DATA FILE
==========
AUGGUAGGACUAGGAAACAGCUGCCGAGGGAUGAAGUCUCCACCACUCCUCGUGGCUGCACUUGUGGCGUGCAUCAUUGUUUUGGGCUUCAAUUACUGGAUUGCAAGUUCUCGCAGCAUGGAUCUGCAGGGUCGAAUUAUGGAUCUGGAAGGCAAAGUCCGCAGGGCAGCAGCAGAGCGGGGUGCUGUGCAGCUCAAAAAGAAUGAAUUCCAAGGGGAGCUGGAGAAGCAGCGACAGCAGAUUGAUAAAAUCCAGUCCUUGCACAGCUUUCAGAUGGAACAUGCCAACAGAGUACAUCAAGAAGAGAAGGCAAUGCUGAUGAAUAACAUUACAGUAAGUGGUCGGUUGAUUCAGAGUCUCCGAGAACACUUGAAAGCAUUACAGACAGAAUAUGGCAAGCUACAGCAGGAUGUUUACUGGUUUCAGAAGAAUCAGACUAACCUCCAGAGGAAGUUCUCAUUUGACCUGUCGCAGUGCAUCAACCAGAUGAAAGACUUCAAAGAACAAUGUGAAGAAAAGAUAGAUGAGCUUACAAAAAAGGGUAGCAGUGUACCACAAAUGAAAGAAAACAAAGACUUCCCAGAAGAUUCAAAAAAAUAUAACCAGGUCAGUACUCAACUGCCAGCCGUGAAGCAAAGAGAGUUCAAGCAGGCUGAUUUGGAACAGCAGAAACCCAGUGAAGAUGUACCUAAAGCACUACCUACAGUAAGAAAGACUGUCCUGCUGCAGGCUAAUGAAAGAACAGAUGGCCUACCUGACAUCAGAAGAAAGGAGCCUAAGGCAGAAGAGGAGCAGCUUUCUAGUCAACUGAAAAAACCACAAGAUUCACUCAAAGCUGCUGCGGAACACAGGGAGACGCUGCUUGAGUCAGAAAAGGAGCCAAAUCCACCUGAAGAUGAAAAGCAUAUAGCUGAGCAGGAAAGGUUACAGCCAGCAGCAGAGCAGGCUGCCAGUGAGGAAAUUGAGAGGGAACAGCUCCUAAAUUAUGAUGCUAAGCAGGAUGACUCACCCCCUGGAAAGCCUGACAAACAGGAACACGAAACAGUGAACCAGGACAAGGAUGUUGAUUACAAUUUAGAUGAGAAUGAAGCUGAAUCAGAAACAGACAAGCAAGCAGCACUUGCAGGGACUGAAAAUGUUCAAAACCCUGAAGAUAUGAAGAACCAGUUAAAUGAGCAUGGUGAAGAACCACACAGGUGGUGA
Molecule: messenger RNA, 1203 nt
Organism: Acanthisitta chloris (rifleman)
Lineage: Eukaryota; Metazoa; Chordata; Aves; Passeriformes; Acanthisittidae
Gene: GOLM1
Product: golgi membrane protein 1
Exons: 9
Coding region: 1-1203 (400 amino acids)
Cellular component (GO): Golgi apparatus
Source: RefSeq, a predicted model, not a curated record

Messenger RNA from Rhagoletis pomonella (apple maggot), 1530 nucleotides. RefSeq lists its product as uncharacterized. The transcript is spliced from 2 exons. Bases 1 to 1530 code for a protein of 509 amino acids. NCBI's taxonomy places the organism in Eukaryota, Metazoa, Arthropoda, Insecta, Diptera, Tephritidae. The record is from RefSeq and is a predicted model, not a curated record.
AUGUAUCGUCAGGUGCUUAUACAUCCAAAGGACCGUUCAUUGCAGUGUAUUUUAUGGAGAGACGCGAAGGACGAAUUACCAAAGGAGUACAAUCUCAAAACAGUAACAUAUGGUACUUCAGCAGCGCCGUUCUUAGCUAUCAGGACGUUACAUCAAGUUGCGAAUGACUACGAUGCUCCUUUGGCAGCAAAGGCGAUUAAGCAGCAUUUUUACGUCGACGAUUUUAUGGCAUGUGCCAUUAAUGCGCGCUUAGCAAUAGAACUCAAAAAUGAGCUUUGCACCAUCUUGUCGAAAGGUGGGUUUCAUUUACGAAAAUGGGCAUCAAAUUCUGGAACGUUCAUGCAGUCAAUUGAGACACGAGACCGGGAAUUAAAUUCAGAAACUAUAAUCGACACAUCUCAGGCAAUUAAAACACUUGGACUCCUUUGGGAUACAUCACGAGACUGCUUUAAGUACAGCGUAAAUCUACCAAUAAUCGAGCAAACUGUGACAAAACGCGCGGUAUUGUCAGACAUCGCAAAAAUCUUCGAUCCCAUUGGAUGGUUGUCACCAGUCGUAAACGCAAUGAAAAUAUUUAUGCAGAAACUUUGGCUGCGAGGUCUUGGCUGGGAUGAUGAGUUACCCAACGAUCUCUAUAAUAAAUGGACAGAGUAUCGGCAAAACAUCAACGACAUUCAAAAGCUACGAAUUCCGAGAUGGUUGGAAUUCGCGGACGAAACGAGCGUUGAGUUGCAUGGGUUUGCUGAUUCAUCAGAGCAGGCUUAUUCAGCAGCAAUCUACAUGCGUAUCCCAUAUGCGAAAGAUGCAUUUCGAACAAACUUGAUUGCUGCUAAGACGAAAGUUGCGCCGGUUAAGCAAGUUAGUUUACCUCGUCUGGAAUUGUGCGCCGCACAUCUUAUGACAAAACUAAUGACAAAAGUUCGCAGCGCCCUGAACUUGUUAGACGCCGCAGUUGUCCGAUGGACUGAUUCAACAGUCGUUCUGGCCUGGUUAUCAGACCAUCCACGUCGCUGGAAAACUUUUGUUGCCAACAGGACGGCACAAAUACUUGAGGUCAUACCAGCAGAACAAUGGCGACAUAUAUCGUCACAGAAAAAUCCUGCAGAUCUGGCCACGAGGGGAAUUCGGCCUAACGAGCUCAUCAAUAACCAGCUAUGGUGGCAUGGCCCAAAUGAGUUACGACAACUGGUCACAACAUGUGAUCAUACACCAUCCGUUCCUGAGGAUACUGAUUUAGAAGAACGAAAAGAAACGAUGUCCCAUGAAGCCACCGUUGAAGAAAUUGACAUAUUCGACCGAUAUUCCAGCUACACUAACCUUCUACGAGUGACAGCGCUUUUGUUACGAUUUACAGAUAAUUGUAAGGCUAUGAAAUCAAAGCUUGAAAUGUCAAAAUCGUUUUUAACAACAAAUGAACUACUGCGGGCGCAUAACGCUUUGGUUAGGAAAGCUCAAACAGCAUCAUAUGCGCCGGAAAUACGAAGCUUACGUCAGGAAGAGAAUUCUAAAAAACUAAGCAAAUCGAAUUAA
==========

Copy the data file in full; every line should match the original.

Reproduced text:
AUGGUAGGACUAGGAAACAGCUGCCGAGGGAUGAAGUCUCCACCACUCCUCGUGGCUGCACUUGUGGCGUGCAUCAUUGUUUUGGGCUUCAAUUACUGGAUUGCAAGUUCUCGCAGCAUGGAUCUGCAGGGUCGAAUUAUGGAUCUGGAAGGCAAAGUCCGCAGGGCAGCAGCAGAGCGGGGUGCUGUGCAGCUCAAAAAGAAUGAAUUCCAAGGGGAGCUGGAGAAGCAGCGACAGCAGAUUGAUAAAAUCCAGUCCUUGCACAGCUUUCAGAUGGAACAUGCCAACAGAGUACAUCAAGAAGAGAAGGCAAUGCUGAUGAAUAACAUUACAGUAAGUGGUCGGUUGAUUCAGAGUCUCCGAGAACACUUGAAAGCAUUACAGACAGAAUAUGGCAAGCUACAGCAGGAUGUUUACUGGUUUCAGAAGAAUCAGACUAACCUCCAGAGGAAGUUCUCAUUUGACCUGUCGCAGUGCAUCAACCAGAUGAAAGACUUCAAAGAACAAUGUGAAGAAAAGAUAGAUGAGCUUACAAAAAAGGGUAGCAGUGUACCACAAAUGAAAGAAAACAAAGACUUCCCAGAAGAUUCAAAAAAAUAUAACCAGGUCAGUACUCAACUGCCAGCCGUGAAGCAAAGAGAGUUCAAGCAGGCUGAUUUGGAACAGCAGAAACCCAGUGAAGAUGUACCUAAAGCACUACCUACAGUAAGAAAGACUGUCCUGCUGCAGGCUAAUGAAAGAACAGAUGGCCUACCUGACAUCAGAAGAAAGGAGCCUAAGGCAGAAGAGGAGCAGCUUUCUAGUCAACUGAAAAAACCACAAGAUUCACUCAAAGCUGCUGCGGAACACAGGGAGACGCUGCUUGAGUCAGAAAAGGAGCCAAAUCCACCUGAAGAUGAAAAGCAUAUAGCUGAGCAGGAAAGGUUACAGCCAGCAGCAGAGCAGGCUGCCAGUGAGGAAAUUGAGAGGGAACAGCUCCUAAAUUAUGAUGCUAAGCAGGAUGACUCACCCCCUGGAAAGCCUGACAAACAGGAACACGAAACAGUGAACCAGGACAAGGAUGUUGAUUACAAUUUAGAUGAGAAUGAAGCUGAAUCAGAAACAGACAAGCAAGCAGCACUUGCAGGGACUGAAAAUGUUCAAAACCCUGAAGAUAUGAAGAACCAGUUAAAUGAGCAUGGUGAAGAACCACACAGGUGGUGA
Molecule: messenger RNA, 1203 nt
Organism: Acanthisitta chloris (rifleman)
Lineage: Eukaryota; Metazoa; Chordata; Aves; Passeriformes; Acanthisittidae
Gene: GOLM1
Product: golgi membrane protein 1
Exons: 9
Coding region: 1-1203 (400 amino acids)
Cellular component (GO): Golgi apparatus
Source: RefSeq, a predicted model, not a curated record

Messenger RNA from Rhagoletis pomonella (apple maggot), 1530 nucleotides. RefSeq lists its product as uncharacterized. The transcript is spliced from 2 exons. Bases 1 to 1530 code for a protein of 509 amino acids. NCBI's taxonomy places the organism in Eukaryota, Metazoa, Arthropoda, Insecta, Diptera, Tephritidae. The record is from RefSeq and is a predicted model, not a curated record.
AUGUAUCGUCAGGUGCUUAUACAUCCAAAGGACCGUUCAUUGCAGUGUAUUUUAUGGAGAGACGCGAAGGACGAAUUACCAAAGGAGUACAAUCUCAAAACAGUAACAUAUGGUACUUCAGCAGCGCCGUUCUUAGCUAUCAGGACGUUACAUCAAGUUGCGAAUGACUACGAUGCUCCUUUGGCAGCAAAGGCGAUUAAGCAGCAUUUUUACGUCGACGAUUUUAUGGCAUGUGCCAUUAAUGCGCGCUUAGCAAUAGAACUCAAAAAUGAGCUUUGCACCAUCUUGUCGAAAGGUGGGUUUCAUUUACGAAAAUGGGCAUCAAAUUCUGGAACGUUCAUGCAGUCAAUUGAGACACGAGACCGGGAAUUAAAUUCAGAAACUAUAAUCGACACAUCUCAGGCAAUUAAAACACUUGGACUCCUUUGGGAUACAUCACGAGACUGCUUUAAGUACAGCGUAAAUCUACCAAUAAUCGAGCAAACUGUGACAAAACGCGCGGUAUUGUCAGACAUCGCAAAAAUCUUCGAUCCCAUUGGAUGGUUGUCACCAGUCGUAAACGCAAUGAAAAUAUUUAUGCAGAAACUUUGGCUGCGAGGUCUUGGCUGGGAUGAUGAGUUACCCAACGAUCUCUAUAAUAAAUGGACAGAGUAUCGGCAAAACAUCAACGACAUUCAAAAGCUACGAAUUCCGAGAUGGUUGGAAUUCGCGGACGAAACGAGCGUUGAGUUGCAUGGGUUUGCUGAUUCAUCAGAGCAGGCUUAUUCAGCAGCAAUCUACAUGCGUAUCCCAUAUGCGAAAGAUGCAUUUCGAACAAACUUGAUUGCUGCUAAGACGAAAGUUGCGCCGGUUAAGCAAGUUAGUUUACCUCGUCUGGAAUUGUGCGCCGCACAUCUUAUGACAAAACUAAUGACAAAAGUUCGCAGCGCCCUGAACUUGUUAGACGCCGCAGUUGUCCGAUGGACUGAUUCAACAGUCGUUCUGGCCUGGUUAUCAGACCAUCCACGUCGCUGGAAAACUUUUGUUGCCAACAGGACGGCACAAAUACUUGAGGUCAUACCAGCAGAACAAUGGCGACAUAUAUCGUCACAGAAAAAUCCUGCAGAUCUGGCCACGAGGGGAAUUCGGCCUAACGAGCUCAUCAAUAACCAGCUAUGGUGGCAUGGCCCAAAUGAGUUACGACAACUGGUCACAACAUGUGAUCAUACACCAUCCGUUCCUGAGGAUACUGAUUUAGAAGAACGAAAAGAAACGAUGUCCCAUGAAGCCACCGUUGAAGAAAUUGACAUAUUCGACCGAUAUUCCAGCUACACUAACCUUCUACGAGUGACAGCGCUUUUGUUACGAUUUACAGAUAAUUGUAAGGCUAUGAAAUCAAAGCUUGAAAUGUCAAAAUCGUUUUUAACAACAAAUGAACUACUGCGGGCGCAUAACGCUUUGGUUAGGAAAGCUCAAACAGCAUCAUAUGCGCCGGAAAUACGAAGCUUACGUCAGGAAGAGAAUUCUAAAAAACUAAGCAAAUCGAAUUAA